Friday, July 28, 2006


Summer being what it is, specially after college and more specially in a fucked-up city like Chennai where cable requires a set-top box and an analingus performed on the cable-guy, life's revolved around the DVD player. Just finished watching the Dollars Trilogy, and some old classics. Here's something to think about from "Chariots of Fire"

For those who don't know, CoF is an Academy Award winning picture from 1981. It's most well-known to us, as the source of a theme pirated to depict Moon-Moon or Suchitra Sen cavorting with Kabir Bedi in "Khoon Bhari Mang". The film deals with the English athletes at the 1924 Paris Olympics. Specifically, it depicts the emotions, attitudes and rivalries of Harold Abrahams and Eric Liddell (both real life gold-medallists). The former, a Jew, is a defensive and pugnacious athlete. He's ruthless and willing to go beyond the whole nine yards to win, yet is insecure deep within about his abilities and his place in society. He runs to prove his worth. The latter, a missionary Christian by the side, runs for the glory of God (sounds woolly-headed but there you are), lectures people after his races, and holds his prowess as a means to drawing more people to God. The film focusses on their background, their preparations and their responses to adversity, bringing in a twist two-thirds into the plot.

More than the theme, more than the plot and its twists, hell more than the acting, what really strikes you is the simplicity of the thing. Its just about two guys. Two rivals at a race. Thats it. There's no romantic angle, there's no cancer or AIDS (which unfortunately, Ian Charleson who portrayed Liddell later died of), and the protagonists are far from the under-dogs with impossible odds against them. Yet, you see a plot that comes out coherently, you hear dialogues that aren't cheesy, and most importantly, you see acting that's genuine. Ben Cross as Abrahams simultaneously oozes grit and fear. You see him in the movie, crushed by defeat. But his portrayal of Abrahams crushed near the end by victory is even more fantastic. His coach tells him "You've won. This is your moment. Enjoy it, and get it out of your system. Then go home and marry that girl of yours" [He's got a girlfriend whose role is small. They meet, they're together, she's worried about his insecurity and in the end they're married. No insults from rivals, no competing with the sport for his time, no telling him she'll love him no matter what and NO NO NO romantic meetings and songs] and you understand, instinctively, what he means. Ian Charleson is even more spectacular as Eric Liddell. His conflict between his duties to the Mission and his committment to the sport (With his reasoning as to where God comes in between) is truly fantastic. More so is his response to the situation at the particular plot twist.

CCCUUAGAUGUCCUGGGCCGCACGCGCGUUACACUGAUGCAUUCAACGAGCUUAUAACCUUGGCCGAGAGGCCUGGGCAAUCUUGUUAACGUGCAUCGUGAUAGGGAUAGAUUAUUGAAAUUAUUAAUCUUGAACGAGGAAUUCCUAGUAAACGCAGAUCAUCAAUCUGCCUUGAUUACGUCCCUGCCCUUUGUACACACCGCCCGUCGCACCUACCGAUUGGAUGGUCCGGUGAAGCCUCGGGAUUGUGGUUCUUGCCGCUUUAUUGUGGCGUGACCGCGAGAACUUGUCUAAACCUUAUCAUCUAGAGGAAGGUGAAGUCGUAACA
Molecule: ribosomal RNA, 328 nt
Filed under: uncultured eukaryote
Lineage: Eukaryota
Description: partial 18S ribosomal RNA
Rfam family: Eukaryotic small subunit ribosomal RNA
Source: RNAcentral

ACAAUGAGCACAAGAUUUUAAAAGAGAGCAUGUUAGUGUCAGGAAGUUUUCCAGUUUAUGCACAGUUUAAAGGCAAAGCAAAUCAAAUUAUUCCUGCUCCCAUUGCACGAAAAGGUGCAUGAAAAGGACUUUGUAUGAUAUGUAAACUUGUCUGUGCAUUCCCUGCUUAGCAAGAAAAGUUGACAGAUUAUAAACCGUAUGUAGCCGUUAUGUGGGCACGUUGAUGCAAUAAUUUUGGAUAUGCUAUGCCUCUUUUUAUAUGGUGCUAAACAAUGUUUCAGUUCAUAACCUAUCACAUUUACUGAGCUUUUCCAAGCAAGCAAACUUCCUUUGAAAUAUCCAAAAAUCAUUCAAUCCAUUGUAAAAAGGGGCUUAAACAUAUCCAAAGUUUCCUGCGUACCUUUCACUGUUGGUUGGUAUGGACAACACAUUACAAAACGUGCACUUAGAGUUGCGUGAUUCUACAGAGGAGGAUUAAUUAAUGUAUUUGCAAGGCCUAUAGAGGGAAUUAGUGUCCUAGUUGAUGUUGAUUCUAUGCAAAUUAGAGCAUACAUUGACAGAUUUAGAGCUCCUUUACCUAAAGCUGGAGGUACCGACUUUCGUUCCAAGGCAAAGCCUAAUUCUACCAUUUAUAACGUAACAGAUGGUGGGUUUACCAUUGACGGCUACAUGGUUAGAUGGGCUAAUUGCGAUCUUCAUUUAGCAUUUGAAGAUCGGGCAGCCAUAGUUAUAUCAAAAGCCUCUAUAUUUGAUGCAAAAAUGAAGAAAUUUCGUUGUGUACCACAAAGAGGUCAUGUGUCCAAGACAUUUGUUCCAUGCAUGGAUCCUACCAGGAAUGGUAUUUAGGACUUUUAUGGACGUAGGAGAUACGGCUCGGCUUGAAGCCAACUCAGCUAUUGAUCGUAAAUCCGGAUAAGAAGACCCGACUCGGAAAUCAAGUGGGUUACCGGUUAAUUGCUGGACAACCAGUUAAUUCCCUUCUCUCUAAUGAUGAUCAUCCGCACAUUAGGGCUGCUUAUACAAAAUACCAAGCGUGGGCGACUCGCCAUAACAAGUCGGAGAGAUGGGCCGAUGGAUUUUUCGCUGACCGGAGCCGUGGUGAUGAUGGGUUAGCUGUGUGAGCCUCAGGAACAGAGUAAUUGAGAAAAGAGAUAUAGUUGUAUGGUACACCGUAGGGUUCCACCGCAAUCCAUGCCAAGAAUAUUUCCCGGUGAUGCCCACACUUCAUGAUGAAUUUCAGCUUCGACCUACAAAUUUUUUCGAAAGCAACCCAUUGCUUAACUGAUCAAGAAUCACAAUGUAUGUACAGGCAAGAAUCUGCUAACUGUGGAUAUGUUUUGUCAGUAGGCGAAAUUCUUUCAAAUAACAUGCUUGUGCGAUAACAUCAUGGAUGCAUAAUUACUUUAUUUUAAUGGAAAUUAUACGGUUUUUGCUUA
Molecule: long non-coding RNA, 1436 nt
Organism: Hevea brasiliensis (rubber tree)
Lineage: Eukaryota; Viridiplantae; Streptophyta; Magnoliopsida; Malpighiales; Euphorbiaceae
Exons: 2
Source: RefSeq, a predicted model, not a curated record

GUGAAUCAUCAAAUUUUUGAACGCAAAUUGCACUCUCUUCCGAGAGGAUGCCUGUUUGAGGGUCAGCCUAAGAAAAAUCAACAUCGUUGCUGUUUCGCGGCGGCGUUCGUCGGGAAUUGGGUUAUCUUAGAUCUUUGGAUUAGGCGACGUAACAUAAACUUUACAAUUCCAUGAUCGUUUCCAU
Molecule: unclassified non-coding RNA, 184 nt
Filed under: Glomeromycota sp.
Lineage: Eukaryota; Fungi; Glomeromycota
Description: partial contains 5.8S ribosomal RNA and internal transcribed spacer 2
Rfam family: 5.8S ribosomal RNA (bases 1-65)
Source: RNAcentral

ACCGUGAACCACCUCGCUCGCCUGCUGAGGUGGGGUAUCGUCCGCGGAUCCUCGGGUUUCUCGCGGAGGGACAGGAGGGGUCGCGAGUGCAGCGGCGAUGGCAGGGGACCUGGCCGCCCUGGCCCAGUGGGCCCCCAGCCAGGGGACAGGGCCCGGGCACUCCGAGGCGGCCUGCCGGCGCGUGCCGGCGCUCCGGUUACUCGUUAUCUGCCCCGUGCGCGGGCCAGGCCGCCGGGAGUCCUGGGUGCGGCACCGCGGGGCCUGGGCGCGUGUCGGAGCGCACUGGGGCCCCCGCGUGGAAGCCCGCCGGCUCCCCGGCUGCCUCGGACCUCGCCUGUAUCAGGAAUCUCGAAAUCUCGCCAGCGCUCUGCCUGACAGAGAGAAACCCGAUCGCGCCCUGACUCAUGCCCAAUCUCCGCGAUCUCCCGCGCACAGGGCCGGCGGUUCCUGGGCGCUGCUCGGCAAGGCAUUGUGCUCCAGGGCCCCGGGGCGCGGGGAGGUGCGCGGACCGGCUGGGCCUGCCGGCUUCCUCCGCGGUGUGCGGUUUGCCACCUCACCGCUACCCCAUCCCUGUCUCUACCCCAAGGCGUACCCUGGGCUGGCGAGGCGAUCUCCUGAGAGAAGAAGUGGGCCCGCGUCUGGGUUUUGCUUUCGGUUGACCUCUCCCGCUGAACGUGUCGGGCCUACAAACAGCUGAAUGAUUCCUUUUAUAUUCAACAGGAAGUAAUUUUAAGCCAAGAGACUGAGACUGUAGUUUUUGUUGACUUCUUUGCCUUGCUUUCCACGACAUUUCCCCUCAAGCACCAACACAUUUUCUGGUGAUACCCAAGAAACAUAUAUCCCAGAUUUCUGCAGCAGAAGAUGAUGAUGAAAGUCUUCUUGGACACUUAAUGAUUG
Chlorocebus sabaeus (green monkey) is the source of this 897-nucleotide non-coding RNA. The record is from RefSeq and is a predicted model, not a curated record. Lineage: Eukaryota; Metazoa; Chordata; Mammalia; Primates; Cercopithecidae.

Ok, so it was a good movie; a great movie. So what? Well, here's what. I mentioned Ben Cross. Does that ring a bell? It probably wouldn't, seeing as his next big movie role was in a 1994 flop named "First Knight" and his latest, in the Exorcist sequel of 2004. Neither memorable. Neither noted. Before and since his big screen roles, he's been on mini-series and TV movies and the kind of junk you'd associate with Hack-tha Kapoor and Shitty Irani, but he's still able to deliver when it comes to the sort of thing you'd expect to win the Oscars. Liddell too, was not a big screen man, mostly being a theatre actor. Yet these guys could put any number of B's and Khan's, no matter how big or King-y, to shame.

I mean, what would "Agni ka Rath" be like, if some dude decided to take it on? For starters they'd not see the logic of a Jew protagonist, and the Dalit panthers and what-nots would see red if a movie character were from such a background. So just keep him a poor guy. Nevertheless, he' d arrive in T-shirts, jeans and shades, and would woo the college belle on day one. And the other? Well, priests are passe, sports-priests more so, so hey let's just make the other guy another student, but rich. Ok, cool. Now what about the stakes? Well, it'll have to be the girl (I mean inner turmoil isn't something you can really show) till about half-way through, then one'll have to beat the other up over her, she'll ditch the winner, the loser will sing a couple of "pyaar, jaane bahaar, jeevan-saathi mere" [[This is a tribute to lexicomaniac]] songs, the winner will have him beaten up horribly, and against impossible odds, he'll beat the winner at the race. Seeing as the rich guy's more likely to do this, rich guy is the bad racer, poor guy is the good racer, and while we're at it, throw in some name like "Rajput college" for bad guy and "Model college" for good guy. Plot sound familiar now?

When, oh when, will Bollywood grow up ??